__FIRST NINE WEEKS:__

SOL 3.1 The student will

a) read and write six-digit numerals and identify the place value and value of each digit;

b) roundwholenumbers,9,999orless,tothenearestten,hundred,andthousand;and

c) compare two whole numbers between 0 and 9,999, using symbols (>, <, or = ) and words (greater than, less than, or equal to).

SOL 3.2 The student will recognize and use the inverse relationships between addition/subtraction and multiplication/division to complete basic fact sentences. The student will use these relationships to solve problems.

SOL 3.4 The student will estimate solutions to and solve single-step and multistep problems involving the sum or difference of two whole numbers, each 9,999 or less, with or without regrouping.

SOL 3.17 The student will

a) collect and organize data, using observations, measurements, surveys, or experiments;

b) constructalineplot,apicturegraph,orabargraphtorepresentthedata;and

c) read and interpret the data represented in line plots, bar graphs, and picture graphs and write a sentence analyzing the data.

__Second Nine Weeks:__

SOL 3.2 The student will recognize and use the inverse relationships between addition/subtraction and multiplication/division to complete basic fact sentences. The student will use these relationships to solve problems.

SOL 3.5 The student will recall multiplication facts through the fives table, and the corresponding division facts.

SOL 3.8 The student will determine, by counting, the value of a collection of bills and coins whose total value is $5.00 or less, compare the value of the bills and coins, and make change.

SOL 3 .12 The student will identify equivalent periods of time, including relationships among days, months, and years, as well as minutes and hours.

SOL 3.19 The student will recognize and describe a variety of patterns formed using numbers, tables, and pictures, and extend the patterns, using the same or different forms.

SOL 3.20 The student will

a) investigate the identity and the commutative properties for addition and multiplication; and Property and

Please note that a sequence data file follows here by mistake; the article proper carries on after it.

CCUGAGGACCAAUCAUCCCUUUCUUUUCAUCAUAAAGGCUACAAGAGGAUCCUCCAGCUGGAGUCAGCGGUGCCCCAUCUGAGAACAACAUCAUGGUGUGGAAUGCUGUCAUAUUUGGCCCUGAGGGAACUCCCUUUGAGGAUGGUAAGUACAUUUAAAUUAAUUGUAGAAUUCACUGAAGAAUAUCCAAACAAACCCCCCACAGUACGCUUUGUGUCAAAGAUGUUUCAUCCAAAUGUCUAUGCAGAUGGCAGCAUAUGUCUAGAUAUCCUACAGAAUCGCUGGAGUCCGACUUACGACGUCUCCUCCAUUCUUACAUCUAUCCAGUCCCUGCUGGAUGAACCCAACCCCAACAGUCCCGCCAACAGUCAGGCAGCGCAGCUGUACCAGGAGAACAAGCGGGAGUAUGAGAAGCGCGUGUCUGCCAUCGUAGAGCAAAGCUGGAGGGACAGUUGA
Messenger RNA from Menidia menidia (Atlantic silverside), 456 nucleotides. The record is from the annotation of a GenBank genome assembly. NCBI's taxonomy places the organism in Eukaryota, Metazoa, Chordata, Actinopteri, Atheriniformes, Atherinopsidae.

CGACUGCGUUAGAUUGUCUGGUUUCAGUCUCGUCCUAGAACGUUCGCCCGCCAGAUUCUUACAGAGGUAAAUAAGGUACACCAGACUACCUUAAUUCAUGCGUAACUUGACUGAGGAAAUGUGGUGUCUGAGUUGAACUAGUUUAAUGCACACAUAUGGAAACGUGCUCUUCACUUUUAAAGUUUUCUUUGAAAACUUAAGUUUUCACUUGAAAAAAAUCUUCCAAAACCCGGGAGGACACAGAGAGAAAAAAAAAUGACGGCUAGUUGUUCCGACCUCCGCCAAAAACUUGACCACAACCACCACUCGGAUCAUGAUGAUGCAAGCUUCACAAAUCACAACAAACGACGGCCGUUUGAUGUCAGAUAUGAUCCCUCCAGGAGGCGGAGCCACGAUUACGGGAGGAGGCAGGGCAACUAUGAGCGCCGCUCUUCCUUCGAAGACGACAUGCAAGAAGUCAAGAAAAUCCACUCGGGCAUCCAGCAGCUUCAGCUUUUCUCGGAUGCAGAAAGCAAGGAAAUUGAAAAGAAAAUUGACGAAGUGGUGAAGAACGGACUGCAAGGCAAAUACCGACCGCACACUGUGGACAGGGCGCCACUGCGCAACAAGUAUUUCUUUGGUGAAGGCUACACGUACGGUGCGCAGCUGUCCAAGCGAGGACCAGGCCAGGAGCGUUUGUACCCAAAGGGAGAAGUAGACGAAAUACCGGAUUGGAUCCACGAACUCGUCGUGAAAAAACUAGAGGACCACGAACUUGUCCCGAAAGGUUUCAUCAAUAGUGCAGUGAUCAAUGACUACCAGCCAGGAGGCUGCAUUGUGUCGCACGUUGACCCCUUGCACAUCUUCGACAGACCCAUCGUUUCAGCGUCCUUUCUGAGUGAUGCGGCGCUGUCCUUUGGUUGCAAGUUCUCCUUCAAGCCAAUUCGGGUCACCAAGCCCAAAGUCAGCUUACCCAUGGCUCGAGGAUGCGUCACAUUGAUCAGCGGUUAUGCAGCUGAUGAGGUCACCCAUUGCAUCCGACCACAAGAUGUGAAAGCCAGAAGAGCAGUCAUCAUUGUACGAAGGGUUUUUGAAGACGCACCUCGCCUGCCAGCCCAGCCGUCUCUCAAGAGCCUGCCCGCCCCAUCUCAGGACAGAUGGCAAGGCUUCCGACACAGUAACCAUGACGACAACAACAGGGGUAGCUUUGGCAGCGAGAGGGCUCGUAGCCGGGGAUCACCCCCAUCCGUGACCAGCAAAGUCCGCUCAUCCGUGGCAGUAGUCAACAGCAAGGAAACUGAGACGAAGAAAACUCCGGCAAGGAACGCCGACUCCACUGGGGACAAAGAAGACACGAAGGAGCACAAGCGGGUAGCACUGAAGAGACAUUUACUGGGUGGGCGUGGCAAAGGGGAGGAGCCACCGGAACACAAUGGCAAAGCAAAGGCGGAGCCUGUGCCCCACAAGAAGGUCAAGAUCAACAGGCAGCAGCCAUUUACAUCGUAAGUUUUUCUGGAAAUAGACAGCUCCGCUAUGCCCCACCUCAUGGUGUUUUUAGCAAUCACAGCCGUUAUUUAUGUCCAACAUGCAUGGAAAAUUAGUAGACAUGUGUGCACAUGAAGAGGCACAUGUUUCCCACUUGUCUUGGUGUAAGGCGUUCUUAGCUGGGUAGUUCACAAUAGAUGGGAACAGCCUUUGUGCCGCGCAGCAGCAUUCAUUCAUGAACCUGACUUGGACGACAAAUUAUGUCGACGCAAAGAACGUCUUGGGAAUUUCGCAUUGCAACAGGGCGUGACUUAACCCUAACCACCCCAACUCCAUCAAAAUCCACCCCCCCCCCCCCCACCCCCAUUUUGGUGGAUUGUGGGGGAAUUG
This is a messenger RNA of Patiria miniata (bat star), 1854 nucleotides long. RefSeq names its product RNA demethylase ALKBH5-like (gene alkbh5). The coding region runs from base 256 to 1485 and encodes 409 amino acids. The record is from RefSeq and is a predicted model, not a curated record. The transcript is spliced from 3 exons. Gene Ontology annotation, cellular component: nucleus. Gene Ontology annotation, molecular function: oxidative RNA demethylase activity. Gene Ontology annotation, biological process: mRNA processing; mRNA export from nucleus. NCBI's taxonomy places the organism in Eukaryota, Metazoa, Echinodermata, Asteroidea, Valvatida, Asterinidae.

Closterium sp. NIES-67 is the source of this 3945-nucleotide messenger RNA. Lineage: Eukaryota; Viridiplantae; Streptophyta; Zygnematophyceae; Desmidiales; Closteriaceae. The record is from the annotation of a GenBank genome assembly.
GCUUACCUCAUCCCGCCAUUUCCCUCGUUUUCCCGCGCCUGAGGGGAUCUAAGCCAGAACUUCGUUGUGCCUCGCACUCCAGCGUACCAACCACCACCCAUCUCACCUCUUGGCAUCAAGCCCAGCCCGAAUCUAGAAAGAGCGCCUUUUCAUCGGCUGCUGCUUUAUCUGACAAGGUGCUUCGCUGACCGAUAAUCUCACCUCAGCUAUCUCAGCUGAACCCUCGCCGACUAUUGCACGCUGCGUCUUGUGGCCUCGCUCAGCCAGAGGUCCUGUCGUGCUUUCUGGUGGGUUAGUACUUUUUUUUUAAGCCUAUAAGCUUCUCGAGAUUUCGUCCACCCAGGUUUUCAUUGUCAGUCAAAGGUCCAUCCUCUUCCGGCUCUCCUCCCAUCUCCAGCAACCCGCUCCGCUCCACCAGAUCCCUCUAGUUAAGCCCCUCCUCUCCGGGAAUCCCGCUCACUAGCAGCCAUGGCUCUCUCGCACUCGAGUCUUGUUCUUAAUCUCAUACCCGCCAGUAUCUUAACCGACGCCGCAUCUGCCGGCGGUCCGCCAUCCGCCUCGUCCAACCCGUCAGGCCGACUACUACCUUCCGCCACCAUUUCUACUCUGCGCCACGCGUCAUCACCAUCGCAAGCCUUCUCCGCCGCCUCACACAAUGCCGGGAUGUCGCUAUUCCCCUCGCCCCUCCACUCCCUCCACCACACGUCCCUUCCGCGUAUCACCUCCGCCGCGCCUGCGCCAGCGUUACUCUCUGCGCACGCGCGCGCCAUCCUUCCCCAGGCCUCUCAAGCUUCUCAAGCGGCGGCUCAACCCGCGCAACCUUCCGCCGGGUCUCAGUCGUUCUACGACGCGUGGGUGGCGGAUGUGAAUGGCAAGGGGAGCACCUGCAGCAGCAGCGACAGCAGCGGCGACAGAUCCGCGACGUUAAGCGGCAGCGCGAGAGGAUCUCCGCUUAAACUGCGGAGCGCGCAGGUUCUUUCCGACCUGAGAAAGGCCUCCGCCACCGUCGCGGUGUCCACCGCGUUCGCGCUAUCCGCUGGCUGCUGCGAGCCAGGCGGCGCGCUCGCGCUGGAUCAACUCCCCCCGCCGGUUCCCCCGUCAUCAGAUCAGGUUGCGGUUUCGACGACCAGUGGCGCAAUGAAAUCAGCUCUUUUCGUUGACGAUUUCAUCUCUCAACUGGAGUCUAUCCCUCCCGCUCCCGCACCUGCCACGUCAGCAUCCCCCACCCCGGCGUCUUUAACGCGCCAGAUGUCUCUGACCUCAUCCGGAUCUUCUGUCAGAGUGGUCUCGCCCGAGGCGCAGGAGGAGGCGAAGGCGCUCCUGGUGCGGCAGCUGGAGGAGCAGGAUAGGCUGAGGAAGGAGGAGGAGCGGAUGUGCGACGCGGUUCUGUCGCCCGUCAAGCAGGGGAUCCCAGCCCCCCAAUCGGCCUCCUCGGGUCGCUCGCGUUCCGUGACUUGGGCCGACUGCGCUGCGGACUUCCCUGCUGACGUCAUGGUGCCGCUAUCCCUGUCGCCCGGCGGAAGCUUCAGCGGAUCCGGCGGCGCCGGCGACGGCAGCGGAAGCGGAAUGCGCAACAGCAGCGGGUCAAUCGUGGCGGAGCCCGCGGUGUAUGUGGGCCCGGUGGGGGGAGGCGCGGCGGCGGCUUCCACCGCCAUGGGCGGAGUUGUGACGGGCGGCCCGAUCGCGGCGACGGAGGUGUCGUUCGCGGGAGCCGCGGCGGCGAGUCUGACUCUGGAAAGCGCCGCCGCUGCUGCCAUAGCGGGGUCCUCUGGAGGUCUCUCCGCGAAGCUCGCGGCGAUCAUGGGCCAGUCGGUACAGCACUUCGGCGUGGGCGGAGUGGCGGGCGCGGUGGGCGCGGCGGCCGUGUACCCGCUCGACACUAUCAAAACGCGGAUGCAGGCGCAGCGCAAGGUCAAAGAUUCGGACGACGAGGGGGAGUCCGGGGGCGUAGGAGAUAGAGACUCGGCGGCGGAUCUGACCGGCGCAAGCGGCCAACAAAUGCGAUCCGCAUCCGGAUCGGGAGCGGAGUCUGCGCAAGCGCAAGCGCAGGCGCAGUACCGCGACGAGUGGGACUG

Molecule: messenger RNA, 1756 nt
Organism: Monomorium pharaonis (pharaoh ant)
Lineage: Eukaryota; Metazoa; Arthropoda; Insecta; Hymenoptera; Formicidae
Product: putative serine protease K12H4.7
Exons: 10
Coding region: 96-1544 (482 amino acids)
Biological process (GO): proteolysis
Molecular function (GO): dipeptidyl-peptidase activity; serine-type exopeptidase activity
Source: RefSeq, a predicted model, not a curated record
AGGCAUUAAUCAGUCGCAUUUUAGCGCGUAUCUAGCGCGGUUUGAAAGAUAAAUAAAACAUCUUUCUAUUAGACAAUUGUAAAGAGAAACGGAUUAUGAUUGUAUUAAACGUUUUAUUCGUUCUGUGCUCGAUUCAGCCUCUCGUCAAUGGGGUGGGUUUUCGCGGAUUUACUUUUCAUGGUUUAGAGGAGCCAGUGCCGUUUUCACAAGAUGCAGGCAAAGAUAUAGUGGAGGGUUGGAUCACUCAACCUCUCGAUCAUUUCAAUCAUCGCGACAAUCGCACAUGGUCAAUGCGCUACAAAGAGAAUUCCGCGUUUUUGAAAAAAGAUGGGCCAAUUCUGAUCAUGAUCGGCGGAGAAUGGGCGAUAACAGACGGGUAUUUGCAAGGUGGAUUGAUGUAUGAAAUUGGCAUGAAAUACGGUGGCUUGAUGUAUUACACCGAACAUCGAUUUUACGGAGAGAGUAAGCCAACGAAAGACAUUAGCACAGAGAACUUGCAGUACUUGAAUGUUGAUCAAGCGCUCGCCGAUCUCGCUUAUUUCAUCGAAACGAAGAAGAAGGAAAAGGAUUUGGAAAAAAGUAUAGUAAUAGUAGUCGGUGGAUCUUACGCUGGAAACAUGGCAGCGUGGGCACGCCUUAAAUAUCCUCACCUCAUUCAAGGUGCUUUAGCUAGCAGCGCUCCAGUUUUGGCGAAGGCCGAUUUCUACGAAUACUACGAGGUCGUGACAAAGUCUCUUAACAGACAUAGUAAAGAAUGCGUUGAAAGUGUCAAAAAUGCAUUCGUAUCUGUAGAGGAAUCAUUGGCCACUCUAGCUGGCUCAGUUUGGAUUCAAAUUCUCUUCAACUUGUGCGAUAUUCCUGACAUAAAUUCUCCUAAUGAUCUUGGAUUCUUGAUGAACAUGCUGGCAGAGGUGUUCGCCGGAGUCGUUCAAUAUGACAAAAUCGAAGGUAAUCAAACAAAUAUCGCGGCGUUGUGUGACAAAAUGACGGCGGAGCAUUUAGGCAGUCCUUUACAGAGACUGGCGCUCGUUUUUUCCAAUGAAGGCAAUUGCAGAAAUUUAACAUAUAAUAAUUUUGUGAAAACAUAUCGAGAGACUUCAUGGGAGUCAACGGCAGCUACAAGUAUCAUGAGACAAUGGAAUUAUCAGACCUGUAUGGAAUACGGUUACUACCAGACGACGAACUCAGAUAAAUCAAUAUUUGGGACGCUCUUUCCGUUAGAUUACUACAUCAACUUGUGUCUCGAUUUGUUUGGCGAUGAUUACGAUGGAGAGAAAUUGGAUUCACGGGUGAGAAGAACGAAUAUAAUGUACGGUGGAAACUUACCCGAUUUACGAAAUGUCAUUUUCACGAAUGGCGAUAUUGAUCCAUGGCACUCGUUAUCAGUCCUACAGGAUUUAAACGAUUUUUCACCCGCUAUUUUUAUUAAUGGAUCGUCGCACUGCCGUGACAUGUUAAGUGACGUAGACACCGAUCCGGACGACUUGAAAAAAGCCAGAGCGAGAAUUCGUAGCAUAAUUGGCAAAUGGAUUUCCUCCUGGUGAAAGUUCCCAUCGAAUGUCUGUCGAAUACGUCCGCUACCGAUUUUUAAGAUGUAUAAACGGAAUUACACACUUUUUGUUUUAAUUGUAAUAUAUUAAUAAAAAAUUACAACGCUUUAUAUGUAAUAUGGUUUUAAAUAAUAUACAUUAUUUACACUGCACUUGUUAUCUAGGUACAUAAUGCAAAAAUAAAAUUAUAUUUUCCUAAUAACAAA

Identity Commutative Number sentence

b) identify examples of the identity and commutative properties for addition and multiplication.

__Third Nine Weeks:__

SOL 3.3 The student will a) name and write fractions (including mixed numbers) represented by a model; b) model fractions (including mixed numbers) and write the fractions’ names; and c) compare fractions having like and unlike denominators, using words and symbols (>, <, or =).

SOL 3.5 The student will recall all multiplication facts through the nines table, and the corresponding division facts.

SOL 3.7 The student will add and subtract proper fractions having like denominators of 12 or less.

SOL 3.14 The student will identify, describe, compare, and contrast characteristics of plane and solid geometric figures (circle, square, rectangle, triangle, cube, rectangular prism, square pyramid, sphere, cone, and cylinder) by identifying relevant characteristics, including the number of angles, vertices, and edges, and the number and shape of faces, using concrete models.

SOL 3.15 The student will identify and draw representations of points, line segments, rays, angles, and lines

Point Line Segment Ray Angle Vertex Endpoint

SOL 3.16 The student will identify and describe congruent and noncongruent plane figures.

Fourth Nine Weeks:

Fourth Nine Weeks:

3.5 The student will recall all multiplication facts through the twelves table, and the corresponding division facts.

3.6 The student will represent multiplication and division, using area, set, and number line models, and create and solve problems that involve multiplication of two whole numbers, one factor 99 or less and the second factor 5 or less.

3.9 The student will estimate and use U.S. Customary and metric units to measure a) length to the nearest 1-inch, inch, foot, yard, centimeter, and meter; b) liquid volume in cups, pints, quarts, gallons, and liters; c) weight/mass in ounces, pounds, grams, and kilograms; and d) area and perimeter.

3.10 The student will a) measure the distance around a polygon in order to determine perimeter; and b) count the number of square units needed to cover a given surface in order to determine area.

3.11 The student will a) tell time to the nearest minute, using analog and digital clocks; and b) determine elapsed time in one-hour increments over a 12-hour period.

SOL 3.13 The student will read temperature to the nearest degree from a Celsius thermometer and a Fahrenheit thermometer. Real thermometers and physical models of thermometers will be used

SOL 3.18 The student will investigate and describe the concept of probability as chance and list possible